Insect populations are in steep global decline and moths are no exception. It is estimated that there are over 160,000 species of moths worldwide and we put together some moth facts to show why this diverse group is an important part of ecosystems. Many of them take the pollination “night shift” and may play an important, but under-studied, role in food production and the survival of our native plants. They are also an important food source for birds, bats, other insects, and sometimes even mammals like bears. Habitat loss and climate change are amongst the significant threats to moth populations.
- Moths live in almost every habitat – wetlands, grasslands, forests, even the tundra.
- The largest moth in Canada is the cecropia, a member of the giant silk moth family with a wingspan of up to 18 centimetres.
- Some species of moths migrate in the fall, others survive winter in a cocoon. There are a few species referred to as “winter moths,” which can survive winters in southern Canada in their adult form.
- Many moths are impressive mimics. For example, there are approximately 40 species of clearwing moths in Canada, many of which mimic bees, wasps, and even hummingbirds.
- There are micro moths that have wing spans of less than three millimetres. Canada has dozens of species of pygmy leafminer moths, which are so small their presence is often only known because of the distinctive tracks they make on leaves.
- Moths are masters at evading predators. While some have amazing camouflage, others have developed features to intimidate predators like eye marks. Tiger and hawk moths seem to have developed skills to dodge being eaten by bats, specifically by emitting ultrasonic clicks that throw off the echolocation system of bats.
Photo: Spragueia Leo (Common Spragueia)
Myth busting moth facts:
- Some moths do not eat in their adult state and don’t even have a mouth – like the beautiful luna moth.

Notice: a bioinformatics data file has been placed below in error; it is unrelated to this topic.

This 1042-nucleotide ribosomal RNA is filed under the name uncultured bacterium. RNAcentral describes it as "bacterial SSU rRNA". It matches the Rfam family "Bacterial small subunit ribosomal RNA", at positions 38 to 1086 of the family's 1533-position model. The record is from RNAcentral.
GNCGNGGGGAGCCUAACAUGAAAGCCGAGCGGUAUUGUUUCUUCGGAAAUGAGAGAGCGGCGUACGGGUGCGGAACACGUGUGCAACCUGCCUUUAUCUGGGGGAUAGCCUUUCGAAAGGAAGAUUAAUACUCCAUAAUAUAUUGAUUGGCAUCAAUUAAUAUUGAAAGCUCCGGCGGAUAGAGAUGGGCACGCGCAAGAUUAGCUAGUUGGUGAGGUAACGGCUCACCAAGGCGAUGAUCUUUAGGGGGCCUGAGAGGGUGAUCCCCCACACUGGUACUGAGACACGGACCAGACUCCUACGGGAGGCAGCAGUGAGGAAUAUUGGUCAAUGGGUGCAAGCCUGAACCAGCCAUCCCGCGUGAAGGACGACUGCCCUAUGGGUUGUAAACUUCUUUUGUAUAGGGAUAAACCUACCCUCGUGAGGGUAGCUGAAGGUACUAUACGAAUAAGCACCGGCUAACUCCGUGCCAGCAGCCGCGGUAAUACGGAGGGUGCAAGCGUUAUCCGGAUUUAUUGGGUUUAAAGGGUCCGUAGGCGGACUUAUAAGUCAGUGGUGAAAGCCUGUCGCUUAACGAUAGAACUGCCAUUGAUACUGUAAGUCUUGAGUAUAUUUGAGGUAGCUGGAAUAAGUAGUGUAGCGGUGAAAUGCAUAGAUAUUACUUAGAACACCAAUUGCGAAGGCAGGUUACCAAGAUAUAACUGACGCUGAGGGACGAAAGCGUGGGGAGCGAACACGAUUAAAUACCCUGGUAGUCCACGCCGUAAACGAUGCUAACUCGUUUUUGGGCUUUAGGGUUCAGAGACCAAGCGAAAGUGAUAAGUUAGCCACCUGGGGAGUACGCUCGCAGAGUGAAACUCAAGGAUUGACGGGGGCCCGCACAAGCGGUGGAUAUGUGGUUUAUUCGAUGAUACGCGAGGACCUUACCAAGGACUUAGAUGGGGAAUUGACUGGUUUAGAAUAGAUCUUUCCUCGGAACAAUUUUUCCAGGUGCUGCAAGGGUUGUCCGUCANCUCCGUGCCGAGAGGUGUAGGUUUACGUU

- Adult moths do not eat fabrics. Out of the approximately 5,000 species in Canada, only two have caterpillars which feed on fabric.
- Not all moths are attracted to the light, some are repelled by it (this is considered “positive” or “negative” phototaxis).
Photo: Actias luna
Igniting A Passion for Moths
Ed Poropat has recorded approximately 1,200 species in his one-acre yard! Observing moths has become a favourite new pastime for this lifelong field naturalist.
While there has been a lot of coverage around the spongy moth (or LDD) being an invasive species, other species of moths are showing promise as being a solution in the fight against invasive plants like phragmites. Learn more about our research.
Moth Species at Risk
Moth species and populations have been under-studied in Canada. There are only 22 moths listed as species-at-risk in Canada, many of which are specialists to particular plants or habitats. For example, the soapweed (yucca) plant is threatened because it is only pollinated by the endangered yucca moth. Due to a lack of data and documentation, we are unsure of the true number of species of moths in Canada or the status of their populations. You can help scientists across the country learn more about moths by sharing your sightings on iNaturalist.
Support conservation and help save moth populations
Habitat loss remains one of the biggest threats to moth populations. Your donation will help DUC conserve the natural areas these fascinating creatures need.
Lifelong field naturalist Ed Poropat shares what he’s learned while observing these fascinating winged insects
David Beadle is a freelance illustrator, photographer, birder and moth enthusiast. He is co-author of Peterson Field Guide to Moths of Northeastern North America .
Canada’s pollinators, including birds, bees, beetles, butterflies, moths and other important species need our help. Safeguarding and creating the habitats they depend on, like grasslands, wetlands and even spaces in your own backyard, can help our pollinators.